During Pride, North Carolina Immigrant Advocates Shine a Light on Transgender Rights


About two dozen people gathered at the Bicentennial mall in downtown Raleigh on Saturday, most wearing blue t-shirts with the words “end trans confinement” printed in light pink.

Main Stage Music pride party on nearby Fayetteville Street played lightly in the background around 5 p.m. as they prepared to march and sing there.

The group was made up of transgender and gay Latinos, along with a few allies, from across North Carolina. Many were members and leaders of immigrant rights groups, such as Asheboro Latinx Services, Siembra NC in Greensboro, El Pueblo, Inc. in Raleigh, and the national group Familia: Trans Queer Liberation Movement.

They were protesting the effects of possible state legislation on transgender people and the conditions transgender immigrants face in detention.

Anti-LGBT Legislation

At the center of Saturday’s protest was House Bill 755also known as the Parents’ Bill of Rights.

State Legislature bill would ban teaching about gender or sexuality in early elementary grades and may require school employees to tell LGBTQ students to their parents, The News & Observer Previously reported.

“This bill is dangerous for our LGBT youth given that suicide rates among queer and trans youth are at an all-time high,” said Sol Jiménez Palacios of Durham, an organizer for Familia. “The Trevor Project found that suicide rates for LGBTQ youth are four times higher than their peers, so it’s clear that bills like HB 755 will hurt trans and queer youth.”

Sol Jiménez Palacios, 26, of Durham, leads a march through downtown Raleigh, North Carolina on Saturday, June 25, 2022, to protest Bill 755, the “Parents’ Bill of Rights,” and raise awareness of the conditions trans immigrants face in detention.

This month, Speaker Tim Moore said the controversial bill may not be taken up by the North Carolina House in the final weeks of the legislative session. Democratic Gov. Roy Cooper is expected to veto the Republican-sponsored bill if it ever makes it to office.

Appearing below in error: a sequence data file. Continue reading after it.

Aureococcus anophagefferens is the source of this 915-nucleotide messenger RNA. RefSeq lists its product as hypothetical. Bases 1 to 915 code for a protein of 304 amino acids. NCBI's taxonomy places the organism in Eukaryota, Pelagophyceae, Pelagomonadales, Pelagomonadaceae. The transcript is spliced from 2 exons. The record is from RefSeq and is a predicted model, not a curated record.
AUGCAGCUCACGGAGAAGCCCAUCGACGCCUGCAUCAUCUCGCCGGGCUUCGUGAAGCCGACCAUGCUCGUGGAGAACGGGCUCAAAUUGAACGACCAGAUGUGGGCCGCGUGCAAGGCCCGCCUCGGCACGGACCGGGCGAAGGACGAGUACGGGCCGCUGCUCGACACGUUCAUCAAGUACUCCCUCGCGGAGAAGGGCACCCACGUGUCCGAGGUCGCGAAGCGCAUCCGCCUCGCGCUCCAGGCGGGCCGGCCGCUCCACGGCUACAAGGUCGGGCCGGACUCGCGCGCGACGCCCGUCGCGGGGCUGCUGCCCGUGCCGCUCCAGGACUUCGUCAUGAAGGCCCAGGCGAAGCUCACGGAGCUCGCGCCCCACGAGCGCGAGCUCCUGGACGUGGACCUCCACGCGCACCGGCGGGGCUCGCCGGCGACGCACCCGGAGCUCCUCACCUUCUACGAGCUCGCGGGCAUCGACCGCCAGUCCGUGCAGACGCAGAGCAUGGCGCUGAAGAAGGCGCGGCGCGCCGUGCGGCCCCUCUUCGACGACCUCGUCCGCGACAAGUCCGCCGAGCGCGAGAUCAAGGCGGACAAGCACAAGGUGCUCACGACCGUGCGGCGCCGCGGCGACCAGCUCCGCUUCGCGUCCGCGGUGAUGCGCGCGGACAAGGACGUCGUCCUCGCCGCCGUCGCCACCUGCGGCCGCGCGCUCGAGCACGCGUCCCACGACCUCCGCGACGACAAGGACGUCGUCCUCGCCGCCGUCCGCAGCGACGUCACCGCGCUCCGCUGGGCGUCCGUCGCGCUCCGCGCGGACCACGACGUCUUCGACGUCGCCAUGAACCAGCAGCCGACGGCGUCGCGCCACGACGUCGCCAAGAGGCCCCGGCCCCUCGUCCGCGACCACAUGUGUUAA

But it’s still heartbreaking that the bill was even introduced, said Tania Jiménez, director of Asheboro Latinx Services in Randolph County. She said anti-LGBTQ bills like HB 755 are a setback to progress made since the repeal of Bill 2.

“We must once again fight for our rights,” she said in an interview in Spanish, her mother tongue, which was later translated.

Jiménez left “his beloved state of North Carolina” shortly after the state legislature passed HB2 in 2016. Also known as the “toilet bill,” HB2 was intended to prevent transgender people to use bathrooms corresponding to the sex with which they identify.

This meant that as a transgender woman, Jiménez would have been required to use men’s restrooms in schools and other government buildings.

“I decided to move to California,” she said in an interview in Spanish, her native language, with The N&O. “But there I learned so much about LGBTQ rights and I brought all that knowledge back with me to North Carolina.”

HB2 was mostly repealed in 2017, with part expiring in 2020.

The worst part about the new bill, Jiménez said, is how it would affect some of those close to him.

“I have nephews and nieces (in North Carolina schools) who are proud to have a transgender aunt,” Jiménez said. “They couldn’t tell, talk or comment on a fun weekend they might have had with their aunt because she is a transgender woman. It makes me so sad!”

Republicans argued that classroom discussions of LGBTQ issues would not be affected by the bill, which would target the school curriculum. GOP supporters have said issues of sexuality and gender identity are not appropriate for teaching in the early elementary grades.

Transgender rights

In addition to HB 755, the group wants to raise awareness about the conditions transgender immigrants face while detained by U.S. Immigration and Customs Enforcement (ICE).

They chanted the names of three transgender immigrant women who died during or shortly after being detained by ICE during Saturday’s protest. Victoria Arellano died in 2007, Roxsana Hernandez in 2018 and Johana Medina in 2019. All three died of complications from HIV.

“They were Latin American immigrants who were looking for a better and more secure future here in the United States,” said Jiménez Palacios, who is transgender and uses the pronouns they/them. “They were imprisoned by the so-called justice system and denied life-saving care.”

When news broke Friday about the Supreme Court’s decision to overturn Roe v. Wade, the 1973 court ruling that federally protected a person’s right to an abortion, the group decided to also demonstrate in solidarity with those affected by the ruling.

For Jiménez Palacios, abortion and transgender rights go hand in hand.

“The movement against abortion is part of a larger attack (to take) control of all of our bodies,” they said. “We can’t let the Supreme Court crush the majority of us who demand bodily autonomy.”